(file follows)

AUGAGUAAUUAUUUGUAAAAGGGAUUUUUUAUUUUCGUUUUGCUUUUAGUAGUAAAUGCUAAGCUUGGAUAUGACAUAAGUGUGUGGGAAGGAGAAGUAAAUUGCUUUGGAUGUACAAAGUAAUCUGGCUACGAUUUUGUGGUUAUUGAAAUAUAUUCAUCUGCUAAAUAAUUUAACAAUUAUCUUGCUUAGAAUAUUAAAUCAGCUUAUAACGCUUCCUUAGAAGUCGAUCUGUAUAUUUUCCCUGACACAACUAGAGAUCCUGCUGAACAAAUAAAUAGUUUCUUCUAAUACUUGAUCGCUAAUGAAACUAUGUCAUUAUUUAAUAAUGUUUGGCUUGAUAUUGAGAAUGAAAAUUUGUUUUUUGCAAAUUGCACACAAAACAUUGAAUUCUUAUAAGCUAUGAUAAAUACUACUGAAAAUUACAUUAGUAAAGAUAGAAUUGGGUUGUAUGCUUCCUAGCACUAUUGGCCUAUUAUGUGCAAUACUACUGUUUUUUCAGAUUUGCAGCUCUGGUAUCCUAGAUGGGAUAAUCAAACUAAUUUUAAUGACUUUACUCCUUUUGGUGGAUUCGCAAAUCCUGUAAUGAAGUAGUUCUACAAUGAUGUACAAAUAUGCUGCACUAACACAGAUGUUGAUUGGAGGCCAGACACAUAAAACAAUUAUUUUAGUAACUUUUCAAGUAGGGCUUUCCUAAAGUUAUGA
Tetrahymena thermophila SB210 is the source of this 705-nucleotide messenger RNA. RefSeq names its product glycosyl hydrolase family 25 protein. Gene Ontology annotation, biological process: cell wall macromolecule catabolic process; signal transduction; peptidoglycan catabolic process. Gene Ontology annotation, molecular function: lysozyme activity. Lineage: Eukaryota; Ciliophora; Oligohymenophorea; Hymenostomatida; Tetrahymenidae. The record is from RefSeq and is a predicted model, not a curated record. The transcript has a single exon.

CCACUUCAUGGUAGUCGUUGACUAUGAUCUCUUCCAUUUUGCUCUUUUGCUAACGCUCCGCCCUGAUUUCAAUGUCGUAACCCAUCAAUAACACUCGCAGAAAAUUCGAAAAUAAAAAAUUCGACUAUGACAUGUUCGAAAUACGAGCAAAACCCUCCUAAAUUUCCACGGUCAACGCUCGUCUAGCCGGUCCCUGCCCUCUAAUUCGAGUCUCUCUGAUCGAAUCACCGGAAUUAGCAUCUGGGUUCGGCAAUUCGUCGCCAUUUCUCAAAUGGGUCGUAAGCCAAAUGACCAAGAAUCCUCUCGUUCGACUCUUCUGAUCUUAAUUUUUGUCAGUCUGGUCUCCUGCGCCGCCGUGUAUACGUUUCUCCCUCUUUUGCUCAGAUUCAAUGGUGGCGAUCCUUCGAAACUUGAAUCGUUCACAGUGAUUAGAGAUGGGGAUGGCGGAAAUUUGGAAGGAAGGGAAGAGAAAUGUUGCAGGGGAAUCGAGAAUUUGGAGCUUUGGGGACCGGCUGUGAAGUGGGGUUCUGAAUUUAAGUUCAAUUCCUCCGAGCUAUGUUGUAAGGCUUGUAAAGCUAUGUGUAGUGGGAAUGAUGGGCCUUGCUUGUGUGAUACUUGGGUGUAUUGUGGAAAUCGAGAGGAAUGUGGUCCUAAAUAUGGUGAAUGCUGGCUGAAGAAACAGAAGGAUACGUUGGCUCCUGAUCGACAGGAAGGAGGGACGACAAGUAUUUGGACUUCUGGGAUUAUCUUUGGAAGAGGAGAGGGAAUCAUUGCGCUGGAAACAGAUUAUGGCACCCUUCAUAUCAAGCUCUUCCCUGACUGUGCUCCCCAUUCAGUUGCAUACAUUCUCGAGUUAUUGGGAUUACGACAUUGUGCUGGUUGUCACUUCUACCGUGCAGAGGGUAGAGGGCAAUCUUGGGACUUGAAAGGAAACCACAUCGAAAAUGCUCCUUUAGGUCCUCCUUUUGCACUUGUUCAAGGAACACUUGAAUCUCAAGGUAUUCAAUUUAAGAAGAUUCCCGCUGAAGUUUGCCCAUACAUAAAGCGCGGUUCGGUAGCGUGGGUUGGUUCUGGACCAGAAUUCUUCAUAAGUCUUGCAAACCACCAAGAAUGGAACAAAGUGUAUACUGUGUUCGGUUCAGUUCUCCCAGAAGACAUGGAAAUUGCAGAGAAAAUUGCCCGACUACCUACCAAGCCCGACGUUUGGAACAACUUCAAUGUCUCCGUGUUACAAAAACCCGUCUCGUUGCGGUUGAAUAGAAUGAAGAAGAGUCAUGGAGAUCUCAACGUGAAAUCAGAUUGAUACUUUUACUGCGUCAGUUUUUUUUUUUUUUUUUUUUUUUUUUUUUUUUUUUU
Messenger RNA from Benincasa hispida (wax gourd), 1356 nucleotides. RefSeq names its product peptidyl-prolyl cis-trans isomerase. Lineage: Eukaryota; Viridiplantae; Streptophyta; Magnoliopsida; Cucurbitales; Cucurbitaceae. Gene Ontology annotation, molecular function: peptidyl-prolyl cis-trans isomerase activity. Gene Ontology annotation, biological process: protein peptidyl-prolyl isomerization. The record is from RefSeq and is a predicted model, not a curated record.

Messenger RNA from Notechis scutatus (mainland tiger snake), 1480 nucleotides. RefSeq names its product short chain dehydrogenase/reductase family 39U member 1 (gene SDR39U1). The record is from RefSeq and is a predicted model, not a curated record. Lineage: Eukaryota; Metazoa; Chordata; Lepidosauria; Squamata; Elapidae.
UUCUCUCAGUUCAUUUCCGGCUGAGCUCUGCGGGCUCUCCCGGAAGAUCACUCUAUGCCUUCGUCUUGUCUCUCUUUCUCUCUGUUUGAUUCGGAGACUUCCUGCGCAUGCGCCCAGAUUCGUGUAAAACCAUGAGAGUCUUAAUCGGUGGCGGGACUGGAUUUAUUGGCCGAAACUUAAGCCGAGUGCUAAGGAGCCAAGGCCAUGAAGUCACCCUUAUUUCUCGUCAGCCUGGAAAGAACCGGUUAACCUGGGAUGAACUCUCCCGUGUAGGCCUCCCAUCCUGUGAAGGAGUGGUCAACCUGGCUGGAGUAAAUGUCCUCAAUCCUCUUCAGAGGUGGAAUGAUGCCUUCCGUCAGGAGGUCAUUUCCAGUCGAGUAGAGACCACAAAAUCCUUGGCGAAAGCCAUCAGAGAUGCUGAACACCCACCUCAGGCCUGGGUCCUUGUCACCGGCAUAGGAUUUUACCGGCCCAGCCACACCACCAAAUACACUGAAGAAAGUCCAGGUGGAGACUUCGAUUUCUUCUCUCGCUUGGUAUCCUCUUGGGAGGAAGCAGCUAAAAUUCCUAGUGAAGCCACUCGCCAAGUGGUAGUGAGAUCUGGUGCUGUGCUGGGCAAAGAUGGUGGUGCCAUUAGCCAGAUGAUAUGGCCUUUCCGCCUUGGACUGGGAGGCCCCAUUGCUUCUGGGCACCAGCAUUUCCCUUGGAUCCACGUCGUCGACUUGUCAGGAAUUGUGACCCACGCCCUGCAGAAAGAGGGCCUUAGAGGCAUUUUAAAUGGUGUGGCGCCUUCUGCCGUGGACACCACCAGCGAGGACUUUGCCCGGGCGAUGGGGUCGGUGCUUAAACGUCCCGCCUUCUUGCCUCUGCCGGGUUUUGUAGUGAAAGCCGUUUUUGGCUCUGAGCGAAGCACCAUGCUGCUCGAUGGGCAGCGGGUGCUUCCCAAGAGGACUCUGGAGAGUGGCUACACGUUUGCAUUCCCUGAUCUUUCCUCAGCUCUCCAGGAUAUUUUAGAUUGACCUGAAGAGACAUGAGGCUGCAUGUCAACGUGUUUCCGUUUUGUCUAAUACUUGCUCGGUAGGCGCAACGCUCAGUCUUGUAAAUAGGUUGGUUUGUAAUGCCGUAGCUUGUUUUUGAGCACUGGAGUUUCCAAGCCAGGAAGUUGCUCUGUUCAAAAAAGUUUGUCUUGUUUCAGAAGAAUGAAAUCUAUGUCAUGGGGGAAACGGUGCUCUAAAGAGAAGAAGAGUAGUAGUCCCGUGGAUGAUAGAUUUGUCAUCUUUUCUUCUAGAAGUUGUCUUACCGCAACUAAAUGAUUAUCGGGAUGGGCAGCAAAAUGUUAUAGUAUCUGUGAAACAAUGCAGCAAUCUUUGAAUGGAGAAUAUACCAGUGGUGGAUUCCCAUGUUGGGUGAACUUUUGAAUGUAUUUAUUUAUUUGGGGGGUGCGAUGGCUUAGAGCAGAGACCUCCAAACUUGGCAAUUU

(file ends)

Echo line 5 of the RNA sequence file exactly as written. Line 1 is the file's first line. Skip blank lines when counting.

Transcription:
Messenger RNA from Notechis scutatus (mainland tiger snake), 1480 nucleotides. RefSeq names its product short chain dehydrogenase/reductase family 39U member 1 (gene SDR39U1). The record is from RefSeq and is a predicted model, not a curated record. Lineage: Eukaryota; Metazoa; Chordata; Lepidosauria; Squamata; Elapidae.